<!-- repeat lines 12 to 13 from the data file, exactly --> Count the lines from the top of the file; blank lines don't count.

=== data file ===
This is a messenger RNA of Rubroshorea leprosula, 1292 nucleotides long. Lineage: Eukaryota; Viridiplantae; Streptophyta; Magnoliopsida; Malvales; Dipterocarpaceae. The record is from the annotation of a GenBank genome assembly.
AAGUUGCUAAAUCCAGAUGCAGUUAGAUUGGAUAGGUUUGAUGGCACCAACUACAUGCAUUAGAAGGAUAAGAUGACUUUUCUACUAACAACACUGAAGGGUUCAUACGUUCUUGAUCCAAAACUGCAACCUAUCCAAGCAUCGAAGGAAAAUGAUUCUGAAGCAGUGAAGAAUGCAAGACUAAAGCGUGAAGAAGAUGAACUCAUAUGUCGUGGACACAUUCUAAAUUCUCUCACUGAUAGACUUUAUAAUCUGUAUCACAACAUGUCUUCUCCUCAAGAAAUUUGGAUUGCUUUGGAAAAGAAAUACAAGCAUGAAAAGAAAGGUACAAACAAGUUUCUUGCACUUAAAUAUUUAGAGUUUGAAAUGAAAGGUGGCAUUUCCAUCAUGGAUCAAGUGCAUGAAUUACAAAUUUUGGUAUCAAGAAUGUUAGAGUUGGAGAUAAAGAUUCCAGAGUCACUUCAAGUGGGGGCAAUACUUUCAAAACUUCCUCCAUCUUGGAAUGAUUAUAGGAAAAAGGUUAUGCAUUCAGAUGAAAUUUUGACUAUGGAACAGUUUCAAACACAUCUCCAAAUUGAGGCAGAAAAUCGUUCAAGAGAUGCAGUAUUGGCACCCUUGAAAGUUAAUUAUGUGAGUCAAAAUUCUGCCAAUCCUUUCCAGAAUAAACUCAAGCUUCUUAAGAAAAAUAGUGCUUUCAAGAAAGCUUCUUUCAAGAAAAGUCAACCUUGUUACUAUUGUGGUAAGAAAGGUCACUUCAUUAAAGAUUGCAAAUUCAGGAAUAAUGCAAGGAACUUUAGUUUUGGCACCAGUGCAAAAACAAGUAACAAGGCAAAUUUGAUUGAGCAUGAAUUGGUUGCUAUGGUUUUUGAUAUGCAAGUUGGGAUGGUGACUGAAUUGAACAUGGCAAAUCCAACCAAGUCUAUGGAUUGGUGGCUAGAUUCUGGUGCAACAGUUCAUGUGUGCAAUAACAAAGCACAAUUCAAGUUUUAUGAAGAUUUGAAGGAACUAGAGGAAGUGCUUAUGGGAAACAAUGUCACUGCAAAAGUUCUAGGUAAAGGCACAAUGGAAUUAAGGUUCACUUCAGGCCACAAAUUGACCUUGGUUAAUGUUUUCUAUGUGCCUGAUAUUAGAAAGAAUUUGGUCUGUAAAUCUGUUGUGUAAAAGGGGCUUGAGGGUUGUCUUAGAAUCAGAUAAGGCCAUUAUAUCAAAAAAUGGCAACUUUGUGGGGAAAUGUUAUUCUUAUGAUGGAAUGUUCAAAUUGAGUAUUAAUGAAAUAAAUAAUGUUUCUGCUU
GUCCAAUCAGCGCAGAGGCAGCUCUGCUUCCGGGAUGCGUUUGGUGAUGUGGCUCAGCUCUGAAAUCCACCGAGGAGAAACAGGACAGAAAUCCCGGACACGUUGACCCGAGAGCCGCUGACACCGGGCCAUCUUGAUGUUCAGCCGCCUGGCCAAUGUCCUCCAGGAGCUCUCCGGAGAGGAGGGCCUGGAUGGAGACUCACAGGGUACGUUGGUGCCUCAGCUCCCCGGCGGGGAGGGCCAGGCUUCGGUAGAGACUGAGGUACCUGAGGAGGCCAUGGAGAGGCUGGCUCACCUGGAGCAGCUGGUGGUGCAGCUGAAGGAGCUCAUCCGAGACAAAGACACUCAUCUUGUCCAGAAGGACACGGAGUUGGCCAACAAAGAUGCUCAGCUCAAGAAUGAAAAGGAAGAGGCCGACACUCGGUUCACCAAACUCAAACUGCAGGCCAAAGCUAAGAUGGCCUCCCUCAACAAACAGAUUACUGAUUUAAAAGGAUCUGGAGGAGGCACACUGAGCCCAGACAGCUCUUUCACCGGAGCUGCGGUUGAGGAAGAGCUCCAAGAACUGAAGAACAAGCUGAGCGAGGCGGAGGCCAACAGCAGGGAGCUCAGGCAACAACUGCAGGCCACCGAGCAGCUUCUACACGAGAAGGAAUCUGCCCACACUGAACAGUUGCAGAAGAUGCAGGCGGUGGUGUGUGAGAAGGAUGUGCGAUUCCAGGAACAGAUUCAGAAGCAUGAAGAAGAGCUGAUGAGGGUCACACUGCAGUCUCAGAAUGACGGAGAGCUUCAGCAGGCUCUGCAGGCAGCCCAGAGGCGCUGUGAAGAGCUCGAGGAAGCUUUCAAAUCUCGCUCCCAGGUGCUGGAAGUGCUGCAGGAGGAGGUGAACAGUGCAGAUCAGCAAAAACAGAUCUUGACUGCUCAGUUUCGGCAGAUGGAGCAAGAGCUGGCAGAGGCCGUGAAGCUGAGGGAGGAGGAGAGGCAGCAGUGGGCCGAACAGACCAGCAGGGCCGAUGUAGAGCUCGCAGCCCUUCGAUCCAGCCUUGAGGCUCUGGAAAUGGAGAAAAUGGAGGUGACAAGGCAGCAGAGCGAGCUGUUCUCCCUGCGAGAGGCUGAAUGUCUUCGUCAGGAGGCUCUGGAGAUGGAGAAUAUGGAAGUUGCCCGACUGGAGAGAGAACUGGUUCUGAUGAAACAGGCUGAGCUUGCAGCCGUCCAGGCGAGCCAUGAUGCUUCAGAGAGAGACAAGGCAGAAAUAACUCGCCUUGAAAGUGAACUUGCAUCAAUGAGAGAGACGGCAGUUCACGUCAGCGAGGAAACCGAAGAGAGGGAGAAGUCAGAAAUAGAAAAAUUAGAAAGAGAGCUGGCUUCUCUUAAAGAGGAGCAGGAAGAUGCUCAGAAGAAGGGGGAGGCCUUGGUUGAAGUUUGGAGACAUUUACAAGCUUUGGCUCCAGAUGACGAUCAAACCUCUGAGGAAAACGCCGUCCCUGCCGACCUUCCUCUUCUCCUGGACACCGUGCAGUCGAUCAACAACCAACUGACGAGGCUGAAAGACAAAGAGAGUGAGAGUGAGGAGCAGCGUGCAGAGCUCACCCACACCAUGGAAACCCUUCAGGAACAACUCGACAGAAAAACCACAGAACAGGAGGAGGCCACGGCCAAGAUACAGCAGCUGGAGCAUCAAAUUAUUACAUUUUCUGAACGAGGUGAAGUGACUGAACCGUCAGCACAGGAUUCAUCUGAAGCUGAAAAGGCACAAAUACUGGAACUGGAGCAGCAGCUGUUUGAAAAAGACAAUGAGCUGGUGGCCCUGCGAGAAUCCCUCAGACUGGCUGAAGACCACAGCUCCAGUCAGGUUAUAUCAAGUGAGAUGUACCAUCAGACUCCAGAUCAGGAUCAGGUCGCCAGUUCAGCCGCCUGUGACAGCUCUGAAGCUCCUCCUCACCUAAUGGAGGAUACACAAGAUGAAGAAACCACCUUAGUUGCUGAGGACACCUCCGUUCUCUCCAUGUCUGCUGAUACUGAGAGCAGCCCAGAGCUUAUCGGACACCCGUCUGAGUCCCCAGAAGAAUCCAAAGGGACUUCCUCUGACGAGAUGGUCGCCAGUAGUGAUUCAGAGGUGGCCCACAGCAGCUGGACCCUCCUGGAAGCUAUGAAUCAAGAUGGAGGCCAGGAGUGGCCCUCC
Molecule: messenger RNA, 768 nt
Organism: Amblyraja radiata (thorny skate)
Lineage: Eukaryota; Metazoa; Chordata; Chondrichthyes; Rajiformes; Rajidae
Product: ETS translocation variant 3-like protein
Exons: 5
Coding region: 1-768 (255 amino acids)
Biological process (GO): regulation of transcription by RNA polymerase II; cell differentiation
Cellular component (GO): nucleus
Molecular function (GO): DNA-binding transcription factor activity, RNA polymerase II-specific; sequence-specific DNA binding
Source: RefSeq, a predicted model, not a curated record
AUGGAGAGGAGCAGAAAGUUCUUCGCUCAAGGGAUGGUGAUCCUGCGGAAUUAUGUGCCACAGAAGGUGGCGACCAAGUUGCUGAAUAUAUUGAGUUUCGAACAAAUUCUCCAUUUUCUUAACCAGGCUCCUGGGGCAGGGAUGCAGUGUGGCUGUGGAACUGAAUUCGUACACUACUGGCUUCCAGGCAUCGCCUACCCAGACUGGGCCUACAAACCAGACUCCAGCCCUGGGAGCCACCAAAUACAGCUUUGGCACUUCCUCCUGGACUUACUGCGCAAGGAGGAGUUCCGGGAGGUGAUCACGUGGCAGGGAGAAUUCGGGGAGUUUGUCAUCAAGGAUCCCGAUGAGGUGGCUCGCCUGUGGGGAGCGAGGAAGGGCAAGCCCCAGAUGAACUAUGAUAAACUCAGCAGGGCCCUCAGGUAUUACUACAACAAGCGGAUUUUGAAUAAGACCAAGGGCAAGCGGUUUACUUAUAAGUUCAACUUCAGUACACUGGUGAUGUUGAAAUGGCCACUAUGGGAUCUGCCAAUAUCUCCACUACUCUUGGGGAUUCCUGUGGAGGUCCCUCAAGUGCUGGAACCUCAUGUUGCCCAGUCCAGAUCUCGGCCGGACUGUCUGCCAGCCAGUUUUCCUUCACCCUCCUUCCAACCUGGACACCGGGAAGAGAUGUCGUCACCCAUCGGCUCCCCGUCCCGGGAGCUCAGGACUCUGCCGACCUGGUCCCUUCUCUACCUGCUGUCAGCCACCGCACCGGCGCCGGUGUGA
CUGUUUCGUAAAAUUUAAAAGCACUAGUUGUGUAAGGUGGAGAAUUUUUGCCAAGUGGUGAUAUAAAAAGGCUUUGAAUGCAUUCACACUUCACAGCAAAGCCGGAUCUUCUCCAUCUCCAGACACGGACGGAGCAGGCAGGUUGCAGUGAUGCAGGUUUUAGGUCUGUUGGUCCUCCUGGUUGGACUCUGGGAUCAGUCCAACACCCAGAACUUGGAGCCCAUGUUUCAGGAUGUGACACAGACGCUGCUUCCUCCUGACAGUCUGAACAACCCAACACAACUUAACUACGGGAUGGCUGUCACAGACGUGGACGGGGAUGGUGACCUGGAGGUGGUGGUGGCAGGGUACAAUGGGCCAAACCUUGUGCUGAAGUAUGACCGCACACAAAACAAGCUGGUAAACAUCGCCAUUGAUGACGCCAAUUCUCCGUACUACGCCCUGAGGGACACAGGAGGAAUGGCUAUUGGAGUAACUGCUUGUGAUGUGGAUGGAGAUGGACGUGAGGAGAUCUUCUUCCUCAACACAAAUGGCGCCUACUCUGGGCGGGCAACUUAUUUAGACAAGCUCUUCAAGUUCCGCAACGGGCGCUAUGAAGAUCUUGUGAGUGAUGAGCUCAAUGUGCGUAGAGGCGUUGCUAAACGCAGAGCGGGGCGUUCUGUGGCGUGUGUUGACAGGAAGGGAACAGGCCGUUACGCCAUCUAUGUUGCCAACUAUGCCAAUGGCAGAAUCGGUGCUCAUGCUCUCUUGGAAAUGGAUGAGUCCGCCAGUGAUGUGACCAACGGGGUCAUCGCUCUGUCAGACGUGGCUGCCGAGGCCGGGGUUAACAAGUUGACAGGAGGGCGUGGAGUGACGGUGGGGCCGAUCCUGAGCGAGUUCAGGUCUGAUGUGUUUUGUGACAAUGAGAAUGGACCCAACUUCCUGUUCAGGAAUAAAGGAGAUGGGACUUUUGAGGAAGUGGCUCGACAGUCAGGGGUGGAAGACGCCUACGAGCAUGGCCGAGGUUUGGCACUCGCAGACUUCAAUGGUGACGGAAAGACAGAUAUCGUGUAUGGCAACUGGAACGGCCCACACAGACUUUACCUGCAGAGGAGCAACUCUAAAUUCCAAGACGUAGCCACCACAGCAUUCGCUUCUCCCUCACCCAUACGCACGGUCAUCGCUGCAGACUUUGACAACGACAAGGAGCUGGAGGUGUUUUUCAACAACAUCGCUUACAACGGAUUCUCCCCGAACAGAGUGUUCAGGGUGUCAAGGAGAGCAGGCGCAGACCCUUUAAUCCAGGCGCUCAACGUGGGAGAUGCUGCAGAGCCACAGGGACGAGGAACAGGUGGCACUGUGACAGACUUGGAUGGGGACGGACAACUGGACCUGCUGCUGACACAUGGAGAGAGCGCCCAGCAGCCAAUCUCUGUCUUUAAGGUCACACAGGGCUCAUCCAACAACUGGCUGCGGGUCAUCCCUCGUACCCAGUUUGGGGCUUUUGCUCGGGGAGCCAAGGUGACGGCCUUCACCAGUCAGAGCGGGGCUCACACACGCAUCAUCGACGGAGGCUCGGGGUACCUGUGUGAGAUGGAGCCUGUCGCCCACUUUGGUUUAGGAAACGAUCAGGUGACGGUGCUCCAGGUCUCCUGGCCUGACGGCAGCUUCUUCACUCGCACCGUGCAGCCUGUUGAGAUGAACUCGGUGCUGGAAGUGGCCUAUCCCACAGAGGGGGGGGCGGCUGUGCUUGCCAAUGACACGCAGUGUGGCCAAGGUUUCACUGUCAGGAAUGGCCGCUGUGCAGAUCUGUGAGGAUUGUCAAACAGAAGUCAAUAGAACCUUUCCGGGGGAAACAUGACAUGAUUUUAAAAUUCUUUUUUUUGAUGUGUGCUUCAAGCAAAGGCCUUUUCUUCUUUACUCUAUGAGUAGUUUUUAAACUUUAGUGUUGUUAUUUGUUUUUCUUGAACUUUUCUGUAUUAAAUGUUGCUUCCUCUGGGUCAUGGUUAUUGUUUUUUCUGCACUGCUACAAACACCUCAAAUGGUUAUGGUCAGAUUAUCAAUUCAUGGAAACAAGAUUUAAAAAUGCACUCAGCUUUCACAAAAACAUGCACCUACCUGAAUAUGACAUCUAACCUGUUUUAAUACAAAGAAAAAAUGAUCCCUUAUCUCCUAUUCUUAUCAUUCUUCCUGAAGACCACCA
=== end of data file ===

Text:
Molecular function (GO): DNA-binding transcription factor activity, RNA polymerase II-specific; sequence-specific DNA binding
Source: RefSeq, a predicted model, not a curated record